Following the creation of a standardized template, Moukhliss plans to propose to recruit a team of volunteer peer reviewers (library staff, librarians, library administration) and provide training on the LGAS rubric, the annotations, and the peer review process. She will recommend all library guide authors to train on the proposed LGAS rubric and the new library guide template for future library guide authorship projects and for updating and improving existing guides based on the standards. The training will cover the rubric, the annotations, and the maintenance calendar checklists for monthly, bi-annually, and yearly review. All proposed training materials are available at the LGAS’s Start Here page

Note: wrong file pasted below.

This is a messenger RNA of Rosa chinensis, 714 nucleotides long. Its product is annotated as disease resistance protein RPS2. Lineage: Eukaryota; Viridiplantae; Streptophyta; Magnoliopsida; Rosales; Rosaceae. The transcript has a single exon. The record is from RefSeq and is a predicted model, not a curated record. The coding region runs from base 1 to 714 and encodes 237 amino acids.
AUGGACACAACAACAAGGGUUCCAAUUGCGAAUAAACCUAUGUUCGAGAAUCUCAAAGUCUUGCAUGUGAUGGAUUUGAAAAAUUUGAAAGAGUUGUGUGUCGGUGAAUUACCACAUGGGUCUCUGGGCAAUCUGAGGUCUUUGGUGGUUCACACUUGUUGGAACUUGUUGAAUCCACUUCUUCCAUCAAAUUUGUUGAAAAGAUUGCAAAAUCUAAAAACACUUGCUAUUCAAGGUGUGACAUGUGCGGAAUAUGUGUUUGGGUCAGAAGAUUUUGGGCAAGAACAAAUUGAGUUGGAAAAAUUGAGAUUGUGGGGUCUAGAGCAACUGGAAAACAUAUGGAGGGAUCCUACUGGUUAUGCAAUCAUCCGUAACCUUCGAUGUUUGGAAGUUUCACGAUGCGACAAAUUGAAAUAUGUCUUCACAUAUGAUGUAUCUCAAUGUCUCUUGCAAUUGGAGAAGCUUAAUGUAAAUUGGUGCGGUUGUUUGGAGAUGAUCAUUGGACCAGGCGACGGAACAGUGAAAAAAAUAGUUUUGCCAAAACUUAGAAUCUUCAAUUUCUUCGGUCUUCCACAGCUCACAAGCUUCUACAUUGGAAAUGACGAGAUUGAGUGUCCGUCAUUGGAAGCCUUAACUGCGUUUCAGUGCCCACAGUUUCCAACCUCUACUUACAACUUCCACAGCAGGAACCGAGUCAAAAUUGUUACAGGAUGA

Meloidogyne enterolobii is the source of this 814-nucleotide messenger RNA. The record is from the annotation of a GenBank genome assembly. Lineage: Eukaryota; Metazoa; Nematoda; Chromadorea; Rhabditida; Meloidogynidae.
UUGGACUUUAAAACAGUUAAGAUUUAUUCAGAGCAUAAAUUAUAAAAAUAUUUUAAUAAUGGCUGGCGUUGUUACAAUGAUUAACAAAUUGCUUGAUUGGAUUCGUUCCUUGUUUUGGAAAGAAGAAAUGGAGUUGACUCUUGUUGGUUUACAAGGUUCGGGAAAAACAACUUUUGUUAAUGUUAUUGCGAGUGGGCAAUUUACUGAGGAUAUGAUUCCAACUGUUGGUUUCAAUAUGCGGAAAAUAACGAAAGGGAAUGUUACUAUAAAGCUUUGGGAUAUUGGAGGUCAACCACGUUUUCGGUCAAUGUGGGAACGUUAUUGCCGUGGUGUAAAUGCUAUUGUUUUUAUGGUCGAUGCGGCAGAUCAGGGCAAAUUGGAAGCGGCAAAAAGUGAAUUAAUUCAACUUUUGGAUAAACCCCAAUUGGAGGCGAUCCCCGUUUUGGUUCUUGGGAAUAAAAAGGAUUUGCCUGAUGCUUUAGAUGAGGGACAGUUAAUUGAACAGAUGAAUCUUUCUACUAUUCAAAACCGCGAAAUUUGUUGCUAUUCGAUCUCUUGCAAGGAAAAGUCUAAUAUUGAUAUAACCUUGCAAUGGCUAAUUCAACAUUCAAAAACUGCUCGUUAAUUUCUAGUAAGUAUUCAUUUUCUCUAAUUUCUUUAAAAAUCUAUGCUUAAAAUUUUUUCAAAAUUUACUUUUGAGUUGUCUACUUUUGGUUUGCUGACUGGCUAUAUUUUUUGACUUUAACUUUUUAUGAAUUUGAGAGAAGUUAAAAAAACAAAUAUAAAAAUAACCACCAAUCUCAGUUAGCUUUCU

Moukhliss and McCowan encourage other college and university librarians to consider using or remixing the proposed LGAS rubric for a quality-checked review and to conduct studies on students’ perceptions of the rubric to add data to this research. The authors suggest future studies to survey both students and faculty on their perspectives on using a quality assurance rubric and peer review process to increase the pedagogical value of a library guide. Moukhliss & McCowan encourage future authors of studies to report on their successes and struggles for forming and training library colleagues on using a quality-checked rubric for library guide design and the peer review process.


Acknowledgments

The authors would like to express our gratitude to Kelly Lindberg and Ryan Randall, our peer reviewers. As well, we would like to thank the staff at In The Library with the Lead Pipe, including our publishing editor, Jaena Rae Cabrera.